Re "Wondering if we have to write anything up about our childhood/lives as homework or will the social worker do that for us?" You will need to write it up and the social worker will read it (probably) or you will read it to her or him. But by writing it up before you speak about it, you will be able to think through any 'issues', area of growth, things that may inform your parenting. But normally this would not be passed on in your details about you that lots of other social workers will see. It is just as RatherBeIndoors says, to help the social worker to get to know you.

(And agree with everything else, RatherBeIndoors, says.)

murmeli Sat 25-Jun-16 10:10:46

It's really not scary :-) Homework can be time consuming to complete and the visits can be heavy going as you are talking about yourself and what you wrote in the homework for 2 hours. But it's all ok and not scary at all. Just as the others say, it helps the social worker get to know you.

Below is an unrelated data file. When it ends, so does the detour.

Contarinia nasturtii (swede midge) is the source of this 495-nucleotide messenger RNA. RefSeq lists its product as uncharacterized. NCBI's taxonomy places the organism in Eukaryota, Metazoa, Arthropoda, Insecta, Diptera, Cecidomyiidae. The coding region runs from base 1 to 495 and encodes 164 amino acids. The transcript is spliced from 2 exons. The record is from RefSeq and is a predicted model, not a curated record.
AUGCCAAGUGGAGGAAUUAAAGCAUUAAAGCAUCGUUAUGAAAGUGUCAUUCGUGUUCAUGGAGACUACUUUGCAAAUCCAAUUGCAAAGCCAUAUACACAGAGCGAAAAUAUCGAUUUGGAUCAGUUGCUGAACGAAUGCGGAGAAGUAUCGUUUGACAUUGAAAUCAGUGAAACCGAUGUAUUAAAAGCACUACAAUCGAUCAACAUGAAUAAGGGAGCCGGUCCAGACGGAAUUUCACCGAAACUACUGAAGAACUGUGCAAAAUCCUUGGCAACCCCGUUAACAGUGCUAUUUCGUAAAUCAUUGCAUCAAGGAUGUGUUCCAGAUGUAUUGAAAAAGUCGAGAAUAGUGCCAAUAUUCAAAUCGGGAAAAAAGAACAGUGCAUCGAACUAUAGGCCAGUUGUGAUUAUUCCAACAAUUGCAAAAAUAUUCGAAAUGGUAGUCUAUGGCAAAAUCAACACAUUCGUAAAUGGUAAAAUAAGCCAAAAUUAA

Don't worry about the house; as the others have said do a little bit of decluttering, but don't make it for the first visit something that you can't maintain - they will be in the house once a week for the next 6 weeks or so, so if you're not a minimalist don't pretend to be one!
You'll be fine :-) x

OlennasWimple Tue 28-Jun-16 01:48:09

Nothing to worry about other than what biscuits to serve wink

It's worth thinking back through any particularly traumatic tines you have had (child or adult) and thinking about what you learnt and how it might help you parent a child with a difficult background. SW like to see how you have reflected on your experience - and sometimes you have to spell it out a bit for them smile